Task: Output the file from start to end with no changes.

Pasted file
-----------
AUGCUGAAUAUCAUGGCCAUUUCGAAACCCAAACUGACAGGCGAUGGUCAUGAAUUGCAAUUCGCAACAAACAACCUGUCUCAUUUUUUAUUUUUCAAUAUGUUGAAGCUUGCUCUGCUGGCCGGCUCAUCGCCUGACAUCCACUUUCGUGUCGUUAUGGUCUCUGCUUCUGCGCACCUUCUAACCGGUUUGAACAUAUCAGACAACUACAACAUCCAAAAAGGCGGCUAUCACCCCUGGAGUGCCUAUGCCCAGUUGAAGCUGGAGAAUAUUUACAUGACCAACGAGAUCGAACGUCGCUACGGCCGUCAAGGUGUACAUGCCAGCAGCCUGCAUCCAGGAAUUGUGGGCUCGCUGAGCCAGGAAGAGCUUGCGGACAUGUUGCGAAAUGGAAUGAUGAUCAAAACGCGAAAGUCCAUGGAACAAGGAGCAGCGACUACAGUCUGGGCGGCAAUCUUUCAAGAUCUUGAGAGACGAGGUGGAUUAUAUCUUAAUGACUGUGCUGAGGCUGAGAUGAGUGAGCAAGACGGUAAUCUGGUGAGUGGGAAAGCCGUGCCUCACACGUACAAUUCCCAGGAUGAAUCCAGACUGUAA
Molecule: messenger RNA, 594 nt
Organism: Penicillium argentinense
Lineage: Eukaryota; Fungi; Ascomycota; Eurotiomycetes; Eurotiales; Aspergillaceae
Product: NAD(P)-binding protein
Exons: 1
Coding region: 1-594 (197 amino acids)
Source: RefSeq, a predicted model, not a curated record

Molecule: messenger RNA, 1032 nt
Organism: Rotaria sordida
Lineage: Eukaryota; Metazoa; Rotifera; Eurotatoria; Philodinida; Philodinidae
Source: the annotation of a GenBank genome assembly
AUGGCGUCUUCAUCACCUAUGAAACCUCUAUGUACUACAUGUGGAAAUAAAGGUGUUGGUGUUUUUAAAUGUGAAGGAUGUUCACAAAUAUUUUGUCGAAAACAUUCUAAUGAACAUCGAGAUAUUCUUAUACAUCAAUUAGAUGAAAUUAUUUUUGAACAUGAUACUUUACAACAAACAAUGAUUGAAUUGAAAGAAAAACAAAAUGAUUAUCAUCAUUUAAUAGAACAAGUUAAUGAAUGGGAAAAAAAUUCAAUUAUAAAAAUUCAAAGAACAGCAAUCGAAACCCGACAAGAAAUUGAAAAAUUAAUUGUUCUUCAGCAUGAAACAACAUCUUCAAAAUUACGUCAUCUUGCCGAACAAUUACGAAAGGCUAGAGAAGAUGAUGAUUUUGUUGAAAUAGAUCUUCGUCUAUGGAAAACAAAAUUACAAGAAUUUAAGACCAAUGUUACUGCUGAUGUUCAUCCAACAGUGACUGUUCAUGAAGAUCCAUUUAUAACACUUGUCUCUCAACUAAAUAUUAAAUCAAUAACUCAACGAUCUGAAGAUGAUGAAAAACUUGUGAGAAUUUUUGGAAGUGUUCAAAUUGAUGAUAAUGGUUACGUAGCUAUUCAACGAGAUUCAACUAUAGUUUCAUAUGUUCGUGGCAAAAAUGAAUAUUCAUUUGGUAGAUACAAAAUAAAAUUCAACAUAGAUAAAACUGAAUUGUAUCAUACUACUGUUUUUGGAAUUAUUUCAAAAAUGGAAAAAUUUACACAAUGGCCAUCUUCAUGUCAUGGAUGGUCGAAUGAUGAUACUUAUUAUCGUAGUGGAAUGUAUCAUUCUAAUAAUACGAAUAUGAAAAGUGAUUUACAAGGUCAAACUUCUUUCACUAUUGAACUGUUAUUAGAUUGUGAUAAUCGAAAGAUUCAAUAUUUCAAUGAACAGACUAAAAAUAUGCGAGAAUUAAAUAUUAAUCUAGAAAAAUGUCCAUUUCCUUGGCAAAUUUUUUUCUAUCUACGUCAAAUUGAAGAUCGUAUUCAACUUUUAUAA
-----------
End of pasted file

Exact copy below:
AUGCUGAAUAUCAUGGCCAUUUCGAAACCCAAACUGACAGGCGAUGGUCAUGAAUUGCAAUUCGCAACAAACAACCUGUCUCAUUUUUUAUUUUUCAAUAUGUUGAAGCUUGCUCUGCUGGCCGGCUCAUCGCCUGACAUCCACUUUCGUGUCGUUAUGGUCUCUGCUUCUGCGCACCUUCUAACCGGUUUGAACAUAUCAGACAACUACAACAUCCAAAAAGGCGGCUAUCACCCCUGGAGUGCCUAUGCCCAGUUGAAGCUGGAGAAUAUUUACAUGACCAACGAGAUCGAACGUCGCUACGGCCGUCAAGGUGUACAUGCCAGCAGCCUGCAUCCAGGAAUUGUGGGCUCGCUGAGCCAGGAAGAGCUUGCGGACAUGUUGCGAAAUGGAAUGAUGAUCAAAACGCGAAAGUCCAUGGAACAAGGAGCAGCGACUACAGUCUGGGCGGCAAUCUUUCAAGAUCUUGAGAGACGAGGUGGAUUAUAUCUUAAUGACUGUGCUGAGGCUGAGAUGAGUGAGCAAGACGGUAAUCUGGUGAGUGGGAAAGCCGUGCCUCACACGUACAAUUCCCAGGAUGAAUCCAGACUGUAA
Molecule: messenger RNA, 594 nt
Organism: Penicillium argentinense
Lineage: Eukaryota; Fungi; Ascomycota; Eurotiomycetes; Eurotiales; Aspergillaceae
Product: NAD(P)-binding protein
Exons: 1
Coding region: 1-594 (197 amino acids)
Source: RefSeq, a predicted model, not a curated record

Molecule: messenger RNA, 1032 nt
Organism: Rotaria sordida
Lineage: Eukaryota; Metazoa; Rotifera; Eurotatoria; Philodinida; Philodinidae
Source: the annotation of a GenBank genome assembly
AUGGCGUCUUCAUCACCUAUGAAACCUCUAUGUACUACAUGUGGAAAUAAAGGUGUUGGUGUUUUUAAAUGUGAAGGAUGUUCACAAAUAUUUUGUCGAAAACAUUCUAAUGAACAUCGAGAUAUUCUUAUACAUCAAUUAGAUGAAAUUAUUUUUGAACAUGAUACUUUACAACAAACAAUGAUUGAAUUGAAAGAAAAACAAAAUGAUUAUCAUCAUUUAAUAGAACAAGUUAAUGAAUGGGAAAAAAAUUCAAUUAUAAAAAUUCAAAGAACAGCAAUCGAAACCCGACAAGAAAUUGAAAAAUUAAUUGUUCUUCAGCAUGAAACAACAUCUUCAAAAUUACGUCAUCUUGCCGAACAAUUACGAAAGGCUAGAGAAGAUGAUGAUUUUGUUGAAAUAGAUCUUCGUCUAUGGAAAACAAAAUUACAAGAAUUUAAGACCAAUGUUACUGCUGAUGUUCAUCCAACAGUGACUGUUCAUGAAGAUCCAUUUAUAACACUUGUCUCUCAACUAAAUAUUAAAUCAAUAACUCAACGAUCUGAAGAUGAUGAAAAACUUGUGAGAAUUUUUGGAAGUGUUCAAAUUGAUGAUAAUGGUUACGUAGCUAUUCAACGAGAUUCAACUAUAGUUUCAUAUGUUCGUGGCAAAAAUGAAUAUUCAUUUGGUAGAUACAAAAUAAAAUUCAACAUAGAUAAAACUGAAUUGUAUCAUACUACUGUUUUUGGAAUUAUUUCAAAAAUGGAAAAAUUUACACAAUGGCCAUCUUCAUGUCAUGGAUGGUCGAAUGAUGAUACUUAUUAUCGUAGUGGAAUGUAUCAUUCUAAUAAUACGAAUAUGAAAAGUGAUUUACAAGGUCAAACUUCUUUCACUAUUGAACUGUUAUUAGAUUGUGAUAAUCGAAAGAUUCAAUAUUUCAAUGAACAGACUAAAAAUAUGCGAGAAUUAAAUAUUAAUCUAGAAAAAUGUCCAUUUCCUUGGCAAAUUUUUUUCUAUCUACGUCAAAUUGAAGAUCGUAUUCAACUUUUAUAA